A reimagined Windows

With Windows 8, the whole experience of Windows has been reimagined. It’s designed to work on a wide range of devices , from touch-enabled tablets, to laptops, to desktops and all-in-ones. We’ve designed Windows 8 to give you instant access to your apps, your files, and the information you care about most so you can spend less time navigating and more time doing what you actually want to do. You can move between Windows 8 PCs easily and access your files and settings from virtually anywhere. We’ve made touch a first-class experience and navigating with a mouse and keyboard fast and fluid. And just like Windows 7, reliability and security features are built in. It’s the best of Windows 7, made even better.

Some things you should know before installing Windows 8 Consumer Preview

Before you start the download, there are a few things to keep in mind.
First, this is a prerelease operating system

The Windows 8 Consumer Preview is just that: a preview of what’s to come. It represents a work in progress, and some things will change before the final release. This means you’ll encounter some hiccups and bugs. One of the great things about widely releasing a preview like this is that it gives us a chance to get a lot of feedback through telemetry, forums, and blog posts on where we can smooth out some of the rough edges.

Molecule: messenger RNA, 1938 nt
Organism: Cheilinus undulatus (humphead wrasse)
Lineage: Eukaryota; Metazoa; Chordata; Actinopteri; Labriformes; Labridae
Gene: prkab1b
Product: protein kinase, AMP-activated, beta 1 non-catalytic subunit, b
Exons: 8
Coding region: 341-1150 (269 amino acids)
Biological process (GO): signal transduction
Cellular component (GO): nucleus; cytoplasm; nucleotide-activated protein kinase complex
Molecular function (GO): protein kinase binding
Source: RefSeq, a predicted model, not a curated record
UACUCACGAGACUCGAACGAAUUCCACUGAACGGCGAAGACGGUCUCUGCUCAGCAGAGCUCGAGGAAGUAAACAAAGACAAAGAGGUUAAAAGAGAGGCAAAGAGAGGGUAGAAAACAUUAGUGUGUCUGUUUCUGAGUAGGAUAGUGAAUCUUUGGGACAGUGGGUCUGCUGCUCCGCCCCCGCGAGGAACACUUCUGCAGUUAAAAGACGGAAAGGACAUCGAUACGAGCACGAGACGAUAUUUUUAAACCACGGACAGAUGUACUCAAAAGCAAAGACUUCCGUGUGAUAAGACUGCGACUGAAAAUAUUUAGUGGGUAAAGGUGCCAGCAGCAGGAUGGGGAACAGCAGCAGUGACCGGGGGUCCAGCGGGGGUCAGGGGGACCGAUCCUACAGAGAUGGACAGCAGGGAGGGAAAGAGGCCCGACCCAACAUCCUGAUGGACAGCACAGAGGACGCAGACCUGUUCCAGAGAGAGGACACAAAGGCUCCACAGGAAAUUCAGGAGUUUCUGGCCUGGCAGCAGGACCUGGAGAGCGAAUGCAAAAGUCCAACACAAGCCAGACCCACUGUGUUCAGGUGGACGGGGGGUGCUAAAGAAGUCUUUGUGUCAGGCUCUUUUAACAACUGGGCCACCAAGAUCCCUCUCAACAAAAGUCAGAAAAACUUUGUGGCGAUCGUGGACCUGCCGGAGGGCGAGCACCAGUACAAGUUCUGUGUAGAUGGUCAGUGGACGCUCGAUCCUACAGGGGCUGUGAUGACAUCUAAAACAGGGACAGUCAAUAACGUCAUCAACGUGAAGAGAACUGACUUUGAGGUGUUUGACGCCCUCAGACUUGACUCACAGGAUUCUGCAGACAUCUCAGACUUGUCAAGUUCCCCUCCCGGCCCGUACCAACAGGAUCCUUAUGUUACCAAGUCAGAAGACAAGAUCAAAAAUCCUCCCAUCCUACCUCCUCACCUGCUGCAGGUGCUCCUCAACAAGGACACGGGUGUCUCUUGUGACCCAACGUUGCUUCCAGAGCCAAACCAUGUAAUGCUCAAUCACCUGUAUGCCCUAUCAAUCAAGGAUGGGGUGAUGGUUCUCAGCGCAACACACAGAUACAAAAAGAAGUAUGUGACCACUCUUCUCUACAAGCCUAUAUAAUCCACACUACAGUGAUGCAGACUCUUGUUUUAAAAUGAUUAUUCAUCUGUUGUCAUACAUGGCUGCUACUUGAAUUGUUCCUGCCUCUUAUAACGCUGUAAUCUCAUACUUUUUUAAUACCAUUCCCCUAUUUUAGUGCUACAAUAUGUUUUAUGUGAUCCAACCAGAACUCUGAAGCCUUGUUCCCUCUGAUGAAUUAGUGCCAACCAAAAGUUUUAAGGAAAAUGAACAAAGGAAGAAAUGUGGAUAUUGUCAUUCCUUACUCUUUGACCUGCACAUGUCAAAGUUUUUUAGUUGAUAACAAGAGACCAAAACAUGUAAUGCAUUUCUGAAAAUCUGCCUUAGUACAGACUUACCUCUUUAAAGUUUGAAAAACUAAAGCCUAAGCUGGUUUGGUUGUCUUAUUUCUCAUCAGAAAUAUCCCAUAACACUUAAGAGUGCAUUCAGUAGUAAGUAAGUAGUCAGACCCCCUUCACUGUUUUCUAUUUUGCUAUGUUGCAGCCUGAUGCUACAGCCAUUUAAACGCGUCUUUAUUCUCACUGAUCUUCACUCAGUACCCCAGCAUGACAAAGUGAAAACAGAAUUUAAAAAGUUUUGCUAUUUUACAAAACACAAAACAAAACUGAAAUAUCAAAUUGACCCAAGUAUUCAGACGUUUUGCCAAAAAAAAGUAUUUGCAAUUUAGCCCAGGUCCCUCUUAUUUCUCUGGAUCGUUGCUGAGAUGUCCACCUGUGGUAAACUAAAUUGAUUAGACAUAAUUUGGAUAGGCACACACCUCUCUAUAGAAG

Second, you should be pretty comfortable with new technology

If you’re used to running prerelease (beta) software, you’re OK with a little troubleshooting, and you don’t mind doing a few technical tasks here and there, then you’ll probably be OK giving the Windows 8 Consumer Preview a spin. If a list of hardware specs is a little overwhelming for you, or you’re not sure what you’d do if something unexpected happened, this might not be the time to dive in.